Quick tip for Interface Builder

Do you use Interface Builder ? Even if you don’t like IB, read this short tip and referenced articles.

If you have used IB before, you probably needed to reference one Xib view from another Xib / Storyboard.

You probably wrote some code to create that view from code ? You don’t need to do that.


People often argue if you should use IB/Storyboards or not, I’ve heard that you can’t create advanced UI in IB and you need to write code. What’s interesting is that I’ve always heard that argument from people that are opposed to using IB, I guess there are tons of people creating such amazing and custom UI ?

Some people obviously have valid reasons not to use IB as it’s not magic solution and some stuff is better and easier done with code. The thing is, to be able to be pragmatic about it and understand when to use which, you actually need to give IB a try and use it for quite some time.

I’ve been doing only code layout for 2 years, because I believed it’s better than IB and my UI’s are too complicated to use IB. After 2 years I’ve made decision to really give IB a try, I’ve been using it for over a year now, guess what? Most of the layout code I’ve written in 2 years could be replaced with Xib’s and it would be less buggy, faster to develop and cheaper to maintain.

My current approach is pretty much aligned with this blog post, you should also read this as it shows how to pass custom attributes to views.

One thing that I didn’t agree with was the line “reusing a UI control from a different Xib is not yet possible“. Well that’s not exactly true, it’s not perfect but it is very much possible.

Referencing Xib’s from other Xib’s

There are many hidden gems in iOS frameworks that many people miss, one of such gems is method:

- (id)awakeAfterUsingCoder:(NSCoder *)aDecoder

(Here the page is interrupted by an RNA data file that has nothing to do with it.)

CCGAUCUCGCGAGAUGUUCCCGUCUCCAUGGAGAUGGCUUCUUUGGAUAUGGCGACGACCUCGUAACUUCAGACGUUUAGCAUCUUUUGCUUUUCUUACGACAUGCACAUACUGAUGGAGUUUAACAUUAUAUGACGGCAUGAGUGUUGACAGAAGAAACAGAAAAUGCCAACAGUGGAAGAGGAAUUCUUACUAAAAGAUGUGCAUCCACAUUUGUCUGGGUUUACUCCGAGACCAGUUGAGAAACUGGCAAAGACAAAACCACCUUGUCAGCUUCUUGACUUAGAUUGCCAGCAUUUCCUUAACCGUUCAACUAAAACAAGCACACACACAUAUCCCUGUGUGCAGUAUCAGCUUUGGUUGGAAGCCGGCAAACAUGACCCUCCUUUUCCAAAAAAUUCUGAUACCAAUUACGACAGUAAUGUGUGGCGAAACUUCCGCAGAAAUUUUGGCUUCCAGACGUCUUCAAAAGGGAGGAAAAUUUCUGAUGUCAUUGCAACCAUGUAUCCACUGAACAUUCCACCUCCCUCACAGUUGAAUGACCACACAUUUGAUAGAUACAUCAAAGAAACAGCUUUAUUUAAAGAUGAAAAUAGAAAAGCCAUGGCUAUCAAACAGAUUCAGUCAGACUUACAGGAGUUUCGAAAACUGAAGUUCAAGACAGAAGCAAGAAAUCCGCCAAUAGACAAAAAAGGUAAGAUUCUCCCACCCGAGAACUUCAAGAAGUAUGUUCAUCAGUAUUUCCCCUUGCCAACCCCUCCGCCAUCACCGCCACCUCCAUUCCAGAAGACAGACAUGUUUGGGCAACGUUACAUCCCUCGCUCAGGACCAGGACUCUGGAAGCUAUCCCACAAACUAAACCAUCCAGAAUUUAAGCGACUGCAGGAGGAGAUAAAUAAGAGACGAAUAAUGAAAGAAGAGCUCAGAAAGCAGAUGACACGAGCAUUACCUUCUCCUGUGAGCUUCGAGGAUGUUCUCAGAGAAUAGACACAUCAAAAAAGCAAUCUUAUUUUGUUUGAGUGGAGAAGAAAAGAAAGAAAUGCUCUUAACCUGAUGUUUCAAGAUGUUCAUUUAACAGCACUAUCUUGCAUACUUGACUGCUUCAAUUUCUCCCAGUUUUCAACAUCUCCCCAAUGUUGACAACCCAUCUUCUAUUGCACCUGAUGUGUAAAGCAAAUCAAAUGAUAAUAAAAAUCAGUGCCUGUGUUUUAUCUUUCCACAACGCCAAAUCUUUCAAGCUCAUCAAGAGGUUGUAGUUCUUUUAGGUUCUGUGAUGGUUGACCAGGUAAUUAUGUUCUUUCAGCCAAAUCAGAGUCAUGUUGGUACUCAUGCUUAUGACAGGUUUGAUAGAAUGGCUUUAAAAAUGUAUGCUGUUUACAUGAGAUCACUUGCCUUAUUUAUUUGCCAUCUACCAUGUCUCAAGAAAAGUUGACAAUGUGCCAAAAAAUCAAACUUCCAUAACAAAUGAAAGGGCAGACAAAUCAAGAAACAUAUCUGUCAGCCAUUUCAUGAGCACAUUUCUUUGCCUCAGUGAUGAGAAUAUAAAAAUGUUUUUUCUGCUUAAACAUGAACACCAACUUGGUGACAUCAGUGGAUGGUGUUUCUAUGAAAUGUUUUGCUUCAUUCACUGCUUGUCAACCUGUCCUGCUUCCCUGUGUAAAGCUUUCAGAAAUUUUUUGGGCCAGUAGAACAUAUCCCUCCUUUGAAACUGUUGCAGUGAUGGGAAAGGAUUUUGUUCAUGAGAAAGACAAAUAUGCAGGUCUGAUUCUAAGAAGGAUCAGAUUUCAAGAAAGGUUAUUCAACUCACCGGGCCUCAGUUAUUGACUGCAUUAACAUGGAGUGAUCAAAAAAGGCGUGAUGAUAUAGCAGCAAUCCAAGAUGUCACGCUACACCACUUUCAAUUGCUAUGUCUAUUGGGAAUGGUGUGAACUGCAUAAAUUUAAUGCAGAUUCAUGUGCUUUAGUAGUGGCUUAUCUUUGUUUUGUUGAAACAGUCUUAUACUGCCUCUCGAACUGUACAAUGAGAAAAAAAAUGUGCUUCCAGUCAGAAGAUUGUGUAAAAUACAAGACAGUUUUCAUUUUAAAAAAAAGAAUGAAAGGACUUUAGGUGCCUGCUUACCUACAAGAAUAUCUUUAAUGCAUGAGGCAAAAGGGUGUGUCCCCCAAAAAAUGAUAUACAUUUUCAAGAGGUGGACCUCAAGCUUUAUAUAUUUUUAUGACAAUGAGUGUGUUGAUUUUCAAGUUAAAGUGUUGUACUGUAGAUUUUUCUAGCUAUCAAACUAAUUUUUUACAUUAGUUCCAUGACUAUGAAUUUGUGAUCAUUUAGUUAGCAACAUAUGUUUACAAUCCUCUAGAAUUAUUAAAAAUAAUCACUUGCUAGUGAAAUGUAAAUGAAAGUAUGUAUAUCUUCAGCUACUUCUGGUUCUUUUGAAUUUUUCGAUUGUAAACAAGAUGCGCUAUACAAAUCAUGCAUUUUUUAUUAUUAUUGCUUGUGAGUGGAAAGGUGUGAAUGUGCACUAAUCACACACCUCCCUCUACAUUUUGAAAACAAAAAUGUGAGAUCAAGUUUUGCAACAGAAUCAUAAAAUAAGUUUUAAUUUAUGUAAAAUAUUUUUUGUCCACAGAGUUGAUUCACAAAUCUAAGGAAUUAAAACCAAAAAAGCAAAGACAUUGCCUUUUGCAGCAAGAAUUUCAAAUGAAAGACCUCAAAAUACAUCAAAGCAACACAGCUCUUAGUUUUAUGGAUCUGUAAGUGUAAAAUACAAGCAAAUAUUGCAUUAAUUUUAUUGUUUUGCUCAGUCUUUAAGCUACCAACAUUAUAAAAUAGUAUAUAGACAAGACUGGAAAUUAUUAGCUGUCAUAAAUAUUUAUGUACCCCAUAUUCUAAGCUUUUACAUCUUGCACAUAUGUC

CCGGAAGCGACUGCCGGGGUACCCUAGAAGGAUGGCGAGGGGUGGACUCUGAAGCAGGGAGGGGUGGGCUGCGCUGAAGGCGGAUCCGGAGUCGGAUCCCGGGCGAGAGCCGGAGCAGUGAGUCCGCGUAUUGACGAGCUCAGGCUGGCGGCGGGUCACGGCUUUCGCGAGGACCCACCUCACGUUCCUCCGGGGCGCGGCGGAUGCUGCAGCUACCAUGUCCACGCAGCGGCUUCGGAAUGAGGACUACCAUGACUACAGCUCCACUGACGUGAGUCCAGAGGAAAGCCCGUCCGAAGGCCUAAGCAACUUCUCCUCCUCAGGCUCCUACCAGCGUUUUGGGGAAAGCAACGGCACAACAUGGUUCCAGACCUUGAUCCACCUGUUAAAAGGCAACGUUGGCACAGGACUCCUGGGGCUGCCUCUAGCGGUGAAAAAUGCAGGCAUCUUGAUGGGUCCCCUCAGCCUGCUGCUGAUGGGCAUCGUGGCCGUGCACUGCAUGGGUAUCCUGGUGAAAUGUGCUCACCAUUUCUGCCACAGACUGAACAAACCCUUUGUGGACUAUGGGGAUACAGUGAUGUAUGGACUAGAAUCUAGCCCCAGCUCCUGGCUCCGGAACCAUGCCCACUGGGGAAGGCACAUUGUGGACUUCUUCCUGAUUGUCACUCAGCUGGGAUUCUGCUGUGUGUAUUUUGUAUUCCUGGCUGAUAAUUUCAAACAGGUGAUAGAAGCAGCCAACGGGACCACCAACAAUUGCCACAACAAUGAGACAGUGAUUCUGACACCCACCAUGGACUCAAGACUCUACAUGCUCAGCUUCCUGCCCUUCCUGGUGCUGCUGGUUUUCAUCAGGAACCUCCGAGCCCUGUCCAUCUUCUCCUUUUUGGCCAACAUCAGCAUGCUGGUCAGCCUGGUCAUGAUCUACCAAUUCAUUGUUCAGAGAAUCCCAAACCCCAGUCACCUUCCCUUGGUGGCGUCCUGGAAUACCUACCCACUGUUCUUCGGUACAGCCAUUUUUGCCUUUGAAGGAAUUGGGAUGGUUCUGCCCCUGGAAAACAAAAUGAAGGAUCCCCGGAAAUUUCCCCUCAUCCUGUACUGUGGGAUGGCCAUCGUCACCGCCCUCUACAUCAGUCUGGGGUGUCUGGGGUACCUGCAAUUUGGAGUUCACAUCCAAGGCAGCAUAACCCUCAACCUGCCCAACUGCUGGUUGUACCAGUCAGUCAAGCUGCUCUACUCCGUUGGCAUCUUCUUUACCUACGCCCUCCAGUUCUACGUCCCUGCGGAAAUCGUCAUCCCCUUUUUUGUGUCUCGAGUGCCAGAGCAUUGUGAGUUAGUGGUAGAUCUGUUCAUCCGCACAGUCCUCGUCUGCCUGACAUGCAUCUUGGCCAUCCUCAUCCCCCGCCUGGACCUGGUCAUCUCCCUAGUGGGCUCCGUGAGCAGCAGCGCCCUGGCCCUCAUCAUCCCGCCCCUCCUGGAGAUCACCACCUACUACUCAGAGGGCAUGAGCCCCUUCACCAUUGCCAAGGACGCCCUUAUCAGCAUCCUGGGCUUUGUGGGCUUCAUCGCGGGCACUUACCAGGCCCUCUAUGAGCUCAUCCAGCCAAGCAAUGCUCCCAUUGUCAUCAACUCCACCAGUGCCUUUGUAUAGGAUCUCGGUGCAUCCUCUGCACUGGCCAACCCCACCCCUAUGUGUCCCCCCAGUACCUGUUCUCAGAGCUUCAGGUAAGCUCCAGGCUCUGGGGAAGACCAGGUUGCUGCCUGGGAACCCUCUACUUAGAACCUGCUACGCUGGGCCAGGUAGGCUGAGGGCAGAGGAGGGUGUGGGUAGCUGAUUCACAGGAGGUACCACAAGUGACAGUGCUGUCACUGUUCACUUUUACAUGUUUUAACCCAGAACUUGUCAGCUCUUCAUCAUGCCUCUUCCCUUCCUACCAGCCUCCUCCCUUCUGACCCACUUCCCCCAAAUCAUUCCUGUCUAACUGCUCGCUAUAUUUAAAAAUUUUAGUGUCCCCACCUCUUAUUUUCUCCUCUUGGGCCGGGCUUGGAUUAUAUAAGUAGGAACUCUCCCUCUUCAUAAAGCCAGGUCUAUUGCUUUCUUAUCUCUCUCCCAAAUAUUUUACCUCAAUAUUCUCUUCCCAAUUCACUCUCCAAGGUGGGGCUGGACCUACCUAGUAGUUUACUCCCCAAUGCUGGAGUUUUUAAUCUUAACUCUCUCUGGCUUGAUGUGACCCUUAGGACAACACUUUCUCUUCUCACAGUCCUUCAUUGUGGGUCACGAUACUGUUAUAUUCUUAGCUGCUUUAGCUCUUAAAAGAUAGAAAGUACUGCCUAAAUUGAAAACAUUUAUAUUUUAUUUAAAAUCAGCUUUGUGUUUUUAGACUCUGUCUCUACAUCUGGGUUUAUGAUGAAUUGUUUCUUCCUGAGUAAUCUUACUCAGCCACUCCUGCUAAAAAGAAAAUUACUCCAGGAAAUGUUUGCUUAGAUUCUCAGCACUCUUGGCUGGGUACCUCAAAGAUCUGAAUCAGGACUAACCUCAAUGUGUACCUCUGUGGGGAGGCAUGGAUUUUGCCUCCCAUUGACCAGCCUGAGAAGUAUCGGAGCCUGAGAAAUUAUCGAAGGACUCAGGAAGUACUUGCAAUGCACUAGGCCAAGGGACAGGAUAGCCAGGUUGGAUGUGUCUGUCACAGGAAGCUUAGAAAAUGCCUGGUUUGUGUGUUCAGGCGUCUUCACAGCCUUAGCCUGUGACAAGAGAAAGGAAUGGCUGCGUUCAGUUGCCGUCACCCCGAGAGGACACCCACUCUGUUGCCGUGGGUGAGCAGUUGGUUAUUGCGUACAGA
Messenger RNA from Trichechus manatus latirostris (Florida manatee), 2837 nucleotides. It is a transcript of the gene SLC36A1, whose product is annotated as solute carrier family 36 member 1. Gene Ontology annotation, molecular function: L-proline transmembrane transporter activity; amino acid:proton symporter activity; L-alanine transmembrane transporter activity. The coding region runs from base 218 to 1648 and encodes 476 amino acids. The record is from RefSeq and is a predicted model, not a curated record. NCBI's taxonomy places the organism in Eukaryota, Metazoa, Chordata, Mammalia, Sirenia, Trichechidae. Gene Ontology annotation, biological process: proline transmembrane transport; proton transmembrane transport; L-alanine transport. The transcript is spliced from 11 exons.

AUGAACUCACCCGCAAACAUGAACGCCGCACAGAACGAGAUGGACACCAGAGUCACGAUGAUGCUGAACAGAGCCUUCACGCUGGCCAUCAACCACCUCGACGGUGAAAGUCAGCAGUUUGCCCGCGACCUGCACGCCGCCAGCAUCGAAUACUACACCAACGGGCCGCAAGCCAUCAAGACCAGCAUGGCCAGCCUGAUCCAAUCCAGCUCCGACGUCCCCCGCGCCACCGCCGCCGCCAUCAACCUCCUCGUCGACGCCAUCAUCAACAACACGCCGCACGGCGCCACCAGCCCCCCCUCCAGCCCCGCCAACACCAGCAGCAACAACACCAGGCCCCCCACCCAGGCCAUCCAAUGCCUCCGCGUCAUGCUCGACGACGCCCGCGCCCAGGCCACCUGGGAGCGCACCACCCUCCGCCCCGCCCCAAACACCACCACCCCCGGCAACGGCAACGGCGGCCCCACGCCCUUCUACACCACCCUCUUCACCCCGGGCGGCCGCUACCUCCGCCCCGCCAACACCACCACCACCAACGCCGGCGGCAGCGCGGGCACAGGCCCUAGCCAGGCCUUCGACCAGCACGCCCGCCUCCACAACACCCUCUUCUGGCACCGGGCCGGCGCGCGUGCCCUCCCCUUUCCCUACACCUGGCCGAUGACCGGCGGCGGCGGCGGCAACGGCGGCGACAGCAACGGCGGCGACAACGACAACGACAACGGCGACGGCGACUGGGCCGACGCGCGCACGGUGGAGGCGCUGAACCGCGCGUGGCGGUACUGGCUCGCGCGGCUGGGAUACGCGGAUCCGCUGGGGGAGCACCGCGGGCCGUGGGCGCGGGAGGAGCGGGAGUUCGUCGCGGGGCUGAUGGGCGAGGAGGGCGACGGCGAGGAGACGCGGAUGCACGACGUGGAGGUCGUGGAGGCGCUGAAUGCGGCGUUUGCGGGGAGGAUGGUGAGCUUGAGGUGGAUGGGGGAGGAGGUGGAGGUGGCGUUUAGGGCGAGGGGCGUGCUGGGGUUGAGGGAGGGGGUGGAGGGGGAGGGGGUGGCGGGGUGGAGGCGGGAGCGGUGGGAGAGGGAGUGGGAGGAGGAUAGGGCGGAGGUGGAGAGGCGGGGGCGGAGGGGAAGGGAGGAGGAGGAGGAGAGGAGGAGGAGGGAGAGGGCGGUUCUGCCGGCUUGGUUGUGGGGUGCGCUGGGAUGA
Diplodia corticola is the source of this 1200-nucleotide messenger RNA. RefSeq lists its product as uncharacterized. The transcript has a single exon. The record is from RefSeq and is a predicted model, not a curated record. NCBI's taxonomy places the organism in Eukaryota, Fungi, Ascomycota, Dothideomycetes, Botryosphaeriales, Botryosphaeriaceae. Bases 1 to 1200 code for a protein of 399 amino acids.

Documentation states:
Overridden by subclasses to substitute another object in place of the object that was decoded and subsequently received this message.

And it so happens that Xib/Storyboards are decoded from NSCoder, let’s use that to our advantage.
We need to distinguish when awakeAfterUsingCoder is called from our referencing Xib and when it’s called from the real, simplest way to do that will be setting some arbitrary Tag on the placeholder view in IB/Storyboard.

Simple category method might look like this:

- (id)awakeAfterUsingCoder:(NSCoder *)aDecoder
  //! loading from placeholder
  if (self.tag == kNibReferencingTag) {
    UIView *realView = [[self class] loadInstanceFromNib];
    realView.frame = self.frame;
    realView.alpha = self.alpha;
    realView.backgroundColor = self.backgroundColor;
    realView.autoresizingMask = self.autoresizingMask;
    realView.autoresizesSubviews = self.autoresizesSubviews;

    for (UIView *view in self.subviews) {
      [realView addSubview:view];
    return realView;
  return [super awakeAfterUsingCoder:aDecoder];

If we are loading from placeholder view, we create a real view and then we transfer some common properties from it and all it’s subviews, then we just return that instance in place of placeholder, otherwise we just return normal view (This method is implemented on NSObject so we can call super, but this still should be done with method swizzling instead of category smashing).

Conclusion and Sample

Create some simple Xib view, set your custom class on it. Create storyboard / other xib and create new UIView on it, set it’s class to your custom class and it’s tag to 616 ( as that’s my special tag in sample ). Run your project.

Sample on GitHub.

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